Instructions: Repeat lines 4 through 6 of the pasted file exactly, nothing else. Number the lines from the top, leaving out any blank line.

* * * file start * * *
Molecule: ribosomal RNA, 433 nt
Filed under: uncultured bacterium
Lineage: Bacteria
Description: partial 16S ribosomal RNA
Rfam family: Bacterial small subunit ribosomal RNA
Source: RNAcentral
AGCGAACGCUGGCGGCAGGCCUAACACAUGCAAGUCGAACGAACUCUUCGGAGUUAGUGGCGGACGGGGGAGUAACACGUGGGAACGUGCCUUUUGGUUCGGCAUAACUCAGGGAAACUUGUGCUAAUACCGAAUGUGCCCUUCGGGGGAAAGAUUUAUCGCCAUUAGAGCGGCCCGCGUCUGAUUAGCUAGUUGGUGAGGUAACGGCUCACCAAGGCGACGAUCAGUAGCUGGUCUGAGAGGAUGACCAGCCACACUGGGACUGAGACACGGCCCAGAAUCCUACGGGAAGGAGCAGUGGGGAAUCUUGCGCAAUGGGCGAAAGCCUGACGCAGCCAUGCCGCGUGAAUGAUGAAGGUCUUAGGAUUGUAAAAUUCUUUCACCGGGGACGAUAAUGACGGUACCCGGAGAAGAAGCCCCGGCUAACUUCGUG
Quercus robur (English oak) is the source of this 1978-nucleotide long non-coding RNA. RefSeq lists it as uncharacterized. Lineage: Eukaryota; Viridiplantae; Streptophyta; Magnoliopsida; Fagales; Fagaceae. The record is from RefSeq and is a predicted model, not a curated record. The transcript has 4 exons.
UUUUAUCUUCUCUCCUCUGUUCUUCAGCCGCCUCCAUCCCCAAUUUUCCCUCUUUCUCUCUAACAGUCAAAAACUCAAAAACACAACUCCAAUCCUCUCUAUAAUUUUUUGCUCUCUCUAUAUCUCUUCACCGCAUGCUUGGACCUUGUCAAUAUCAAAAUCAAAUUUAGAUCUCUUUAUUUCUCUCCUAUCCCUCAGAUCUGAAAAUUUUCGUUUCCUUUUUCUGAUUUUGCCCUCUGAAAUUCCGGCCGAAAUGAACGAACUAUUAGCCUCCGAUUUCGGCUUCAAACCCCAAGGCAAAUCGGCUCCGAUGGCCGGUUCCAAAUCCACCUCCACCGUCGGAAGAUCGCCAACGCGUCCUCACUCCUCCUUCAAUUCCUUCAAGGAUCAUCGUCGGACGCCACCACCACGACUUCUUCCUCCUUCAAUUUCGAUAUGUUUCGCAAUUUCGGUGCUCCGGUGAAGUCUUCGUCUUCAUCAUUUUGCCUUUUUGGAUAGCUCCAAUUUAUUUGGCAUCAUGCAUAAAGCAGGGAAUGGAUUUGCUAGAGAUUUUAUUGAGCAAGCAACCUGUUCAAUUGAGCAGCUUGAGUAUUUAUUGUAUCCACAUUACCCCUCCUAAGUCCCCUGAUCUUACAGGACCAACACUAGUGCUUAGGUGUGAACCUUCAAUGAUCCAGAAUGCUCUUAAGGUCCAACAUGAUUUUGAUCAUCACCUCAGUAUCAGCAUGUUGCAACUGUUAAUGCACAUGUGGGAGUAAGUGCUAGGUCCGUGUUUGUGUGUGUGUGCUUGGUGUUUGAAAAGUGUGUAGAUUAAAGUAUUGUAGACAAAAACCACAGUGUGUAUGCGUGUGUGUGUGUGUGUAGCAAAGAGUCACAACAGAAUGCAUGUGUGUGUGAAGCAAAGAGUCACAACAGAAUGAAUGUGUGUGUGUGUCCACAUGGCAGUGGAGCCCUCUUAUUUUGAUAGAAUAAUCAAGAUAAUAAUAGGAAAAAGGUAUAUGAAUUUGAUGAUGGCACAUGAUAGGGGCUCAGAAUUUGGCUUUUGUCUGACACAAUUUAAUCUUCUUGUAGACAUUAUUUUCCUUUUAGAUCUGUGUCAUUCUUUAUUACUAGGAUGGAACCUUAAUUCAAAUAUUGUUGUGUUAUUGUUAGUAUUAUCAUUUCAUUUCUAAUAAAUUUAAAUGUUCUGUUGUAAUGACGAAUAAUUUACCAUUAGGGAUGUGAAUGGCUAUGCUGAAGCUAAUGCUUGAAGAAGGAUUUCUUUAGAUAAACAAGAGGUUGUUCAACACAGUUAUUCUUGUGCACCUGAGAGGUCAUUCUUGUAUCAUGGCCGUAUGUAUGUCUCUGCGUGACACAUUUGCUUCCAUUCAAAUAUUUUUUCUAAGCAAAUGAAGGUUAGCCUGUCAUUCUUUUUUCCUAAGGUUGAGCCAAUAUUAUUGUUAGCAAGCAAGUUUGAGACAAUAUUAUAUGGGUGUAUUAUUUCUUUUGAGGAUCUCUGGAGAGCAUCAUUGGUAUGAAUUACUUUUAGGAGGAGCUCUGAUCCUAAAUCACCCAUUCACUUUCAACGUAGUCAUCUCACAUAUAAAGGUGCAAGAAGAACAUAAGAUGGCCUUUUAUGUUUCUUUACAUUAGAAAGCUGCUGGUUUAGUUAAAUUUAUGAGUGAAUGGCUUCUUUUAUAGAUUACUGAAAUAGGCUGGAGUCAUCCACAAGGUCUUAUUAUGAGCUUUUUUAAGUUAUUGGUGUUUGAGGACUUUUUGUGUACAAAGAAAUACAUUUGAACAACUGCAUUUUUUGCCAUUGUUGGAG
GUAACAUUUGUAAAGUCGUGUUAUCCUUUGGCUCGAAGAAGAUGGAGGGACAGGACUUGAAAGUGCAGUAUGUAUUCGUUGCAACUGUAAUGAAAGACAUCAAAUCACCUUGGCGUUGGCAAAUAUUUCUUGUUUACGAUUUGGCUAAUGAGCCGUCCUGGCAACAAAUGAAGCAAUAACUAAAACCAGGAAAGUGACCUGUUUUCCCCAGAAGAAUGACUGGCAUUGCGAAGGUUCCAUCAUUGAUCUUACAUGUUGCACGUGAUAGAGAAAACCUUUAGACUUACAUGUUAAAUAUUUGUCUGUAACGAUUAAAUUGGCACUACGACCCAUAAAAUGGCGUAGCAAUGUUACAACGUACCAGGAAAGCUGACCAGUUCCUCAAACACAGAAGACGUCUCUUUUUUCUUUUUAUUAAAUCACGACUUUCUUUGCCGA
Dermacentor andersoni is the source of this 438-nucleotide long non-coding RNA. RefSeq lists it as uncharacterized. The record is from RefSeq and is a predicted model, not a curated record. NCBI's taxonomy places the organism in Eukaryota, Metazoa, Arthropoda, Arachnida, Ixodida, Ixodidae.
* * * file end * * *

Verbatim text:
Description: partial 16S ribosomal RNA
Rfam family: Bacterial small subunit ribosomal RNA
Source: RNAcentral